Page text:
Cali says rural field days present a special challenge with accommodation in extremely high demand. “We can make up to 100 calls to locate accommodation for a client on the odd occasion and have to think on our feet.”
Different Locations, Similar Priorities
Karen Bradshaw, who owns and operates the Burnett Riverside Motel in Bundaberg and the Coachman’s Inn at Warwick, says while there are challenges with regional business travel the corporates she hosts have similar priorities to their CBD colleagues.
“We’ve got a 60/40 split between corporate and leisure in both properties and what business travellers want first and foremost is wi-fi,” she says.
“They want to get in and they want to be able to connect – they’re emailing, they’re working. That’s why they are in our regions.
“Back in the day road warriors were after a bed and a shower. Now the most important thing for them is their connectivity, and then the bed and shower and then F&B.”
Bradshaw says demand is strong and the guest mix for both properties – which are strategically located in regional hub towns care – varies.
“In Warwick, for example, we’ve got a lot of business people travelling for the beef and pastoral industry – the sale yards, abattoir and so on.” Government, medical, telecommunications, legal and banking are also prominent in both destinations.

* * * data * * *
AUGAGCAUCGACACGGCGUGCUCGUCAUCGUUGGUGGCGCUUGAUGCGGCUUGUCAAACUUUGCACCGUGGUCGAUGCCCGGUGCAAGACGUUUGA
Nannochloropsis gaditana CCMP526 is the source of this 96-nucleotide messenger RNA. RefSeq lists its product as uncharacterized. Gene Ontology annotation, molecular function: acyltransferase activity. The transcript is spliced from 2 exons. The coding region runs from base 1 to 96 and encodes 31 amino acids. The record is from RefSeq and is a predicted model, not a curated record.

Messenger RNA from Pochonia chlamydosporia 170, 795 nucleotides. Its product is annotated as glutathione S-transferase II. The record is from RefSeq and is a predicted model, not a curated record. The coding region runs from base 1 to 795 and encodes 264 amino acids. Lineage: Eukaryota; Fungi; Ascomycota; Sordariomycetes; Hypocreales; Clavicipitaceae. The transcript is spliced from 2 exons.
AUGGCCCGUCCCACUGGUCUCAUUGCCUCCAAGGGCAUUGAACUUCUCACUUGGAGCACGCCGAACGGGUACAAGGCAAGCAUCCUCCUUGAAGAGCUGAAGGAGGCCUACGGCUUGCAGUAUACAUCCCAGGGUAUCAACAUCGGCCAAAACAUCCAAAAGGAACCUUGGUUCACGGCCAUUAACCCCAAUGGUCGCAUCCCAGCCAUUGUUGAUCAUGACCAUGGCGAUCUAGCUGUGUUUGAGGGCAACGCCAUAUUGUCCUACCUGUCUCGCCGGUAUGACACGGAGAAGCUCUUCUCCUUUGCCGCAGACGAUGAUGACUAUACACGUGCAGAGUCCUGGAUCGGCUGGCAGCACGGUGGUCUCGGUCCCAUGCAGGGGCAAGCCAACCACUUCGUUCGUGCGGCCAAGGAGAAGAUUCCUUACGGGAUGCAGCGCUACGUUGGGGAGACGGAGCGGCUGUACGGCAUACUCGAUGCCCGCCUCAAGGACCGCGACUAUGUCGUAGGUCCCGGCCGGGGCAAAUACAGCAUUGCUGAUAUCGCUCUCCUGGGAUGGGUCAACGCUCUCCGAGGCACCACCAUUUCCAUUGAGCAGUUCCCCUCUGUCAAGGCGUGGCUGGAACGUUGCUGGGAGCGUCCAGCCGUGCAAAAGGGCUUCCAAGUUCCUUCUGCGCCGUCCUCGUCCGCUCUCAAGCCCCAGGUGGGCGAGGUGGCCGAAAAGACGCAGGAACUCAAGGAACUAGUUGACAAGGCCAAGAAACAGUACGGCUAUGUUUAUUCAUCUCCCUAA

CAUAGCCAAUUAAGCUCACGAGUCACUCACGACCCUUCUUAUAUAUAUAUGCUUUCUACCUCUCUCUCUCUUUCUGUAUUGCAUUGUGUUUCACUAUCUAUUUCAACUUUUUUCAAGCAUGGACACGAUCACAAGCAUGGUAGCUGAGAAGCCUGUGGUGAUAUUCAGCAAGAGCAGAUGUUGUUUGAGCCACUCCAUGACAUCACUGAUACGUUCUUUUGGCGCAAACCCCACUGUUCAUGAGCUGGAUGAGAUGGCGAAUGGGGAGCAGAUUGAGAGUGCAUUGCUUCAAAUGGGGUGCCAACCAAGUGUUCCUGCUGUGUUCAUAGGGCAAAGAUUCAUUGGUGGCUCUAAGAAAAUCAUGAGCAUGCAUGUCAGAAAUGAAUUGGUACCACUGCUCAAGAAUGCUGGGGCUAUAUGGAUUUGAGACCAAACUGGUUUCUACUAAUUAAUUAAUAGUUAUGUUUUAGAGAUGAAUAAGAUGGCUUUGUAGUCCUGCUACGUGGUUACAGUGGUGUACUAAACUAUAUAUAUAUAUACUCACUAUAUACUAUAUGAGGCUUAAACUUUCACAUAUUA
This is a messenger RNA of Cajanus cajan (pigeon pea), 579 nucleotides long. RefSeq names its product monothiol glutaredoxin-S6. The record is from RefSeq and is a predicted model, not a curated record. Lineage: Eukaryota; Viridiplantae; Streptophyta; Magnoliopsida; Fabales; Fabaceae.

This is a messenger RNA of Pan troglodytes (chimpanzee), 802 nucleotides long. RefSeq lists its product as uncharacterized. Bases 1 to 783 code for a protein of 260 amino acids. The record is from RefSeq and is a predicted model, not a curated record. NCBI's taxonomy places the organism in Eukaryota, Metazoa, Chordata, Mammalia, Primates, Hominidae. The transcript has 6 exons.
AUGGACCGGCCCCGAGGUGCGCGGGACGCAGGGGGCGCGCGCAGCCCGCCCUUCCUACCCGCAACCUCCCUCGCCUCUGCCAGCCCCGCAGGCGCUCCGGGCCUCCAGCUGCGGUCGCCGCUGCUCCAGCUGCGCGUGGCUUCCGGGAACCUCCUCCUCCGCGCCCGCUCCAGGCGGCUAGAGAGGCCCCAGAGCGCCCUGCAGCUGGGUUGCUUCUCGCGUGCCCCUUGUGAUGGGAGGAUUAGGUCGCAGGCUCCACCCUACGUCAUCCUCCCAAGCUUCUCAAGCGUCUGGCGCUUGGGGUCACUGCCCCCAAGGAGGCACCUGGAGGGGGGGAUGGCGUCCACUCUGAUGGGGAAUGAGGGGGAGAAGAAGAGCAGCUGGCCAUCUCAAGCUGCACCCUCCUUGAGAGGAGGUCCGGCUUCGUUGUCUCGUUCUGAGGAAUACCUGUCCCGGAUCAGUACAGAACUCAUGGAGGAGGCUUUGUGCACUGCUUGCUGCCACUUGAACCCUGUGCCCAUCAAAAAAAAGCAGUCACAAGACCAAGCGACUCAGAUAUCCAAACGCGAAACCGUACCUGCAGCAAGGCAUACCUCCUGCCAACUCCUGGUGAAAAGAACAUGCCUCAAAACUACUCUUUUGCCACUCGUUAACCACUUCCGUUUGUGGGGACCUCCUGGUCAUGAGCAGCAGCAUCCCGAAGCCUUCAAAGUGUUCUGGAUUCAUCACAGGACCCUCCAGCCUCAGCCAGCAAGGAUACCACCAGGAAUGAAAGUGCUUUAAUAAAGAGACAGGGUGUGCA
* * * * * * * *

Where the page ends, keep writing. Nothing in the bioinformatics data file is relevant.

In terms of regional travel patterns, she suspects the quarterly sales trip is not the priority it once was and that “the larger companies probably doing a bit more from their desk in Brisbane, Sydney or Melbourne and are travelling on an as needs basis to the regions, that’s my feeling.
“But having said that there’s people coming up on a weekly basis to run the cattle sales for example. So, everybody’s doing something different.”
The Dick Smith Moment
Call it ‘The Dick Smith Moment’ – when last September the self-described saviour of the Aussie battler attacked the commissions and price parity policies of Booking.com and Expedia.
The video went viral – registering more than 2 million hits before it was taken off the air – voicing the concerns of regional hoteliers, who were questioning the value of paying 15% commission when their room revenue was already so low.
Revenue Management consultant Tamie Matthews from RevenYou is advising clients to focus on direct distribution instead, while also re-evaluating how they use Global Distribution Systems to access corporate travellers through TMCs.
Matthews says the situation has been confused by the fact that every hotel or motel using Expedia is automatically placed on the GDS network (if it’s not already listed). Hoteliers have no choice in the matter with their lowest rate often displayed.
She says that dealing directly with a GDS isn’t always a practical alternative for smaller regional properties because of high fees, and is now recommending that hoteliers use a low-cost product such as Global Hotel Connect to access the GDS.
“It can sometimes be very difficult for TMCs to find accommodation in the bush and I think it’s vital regional hotels use the GDS, but in a cost-effective manner, to expand their distribution network and increase business traveller profile.”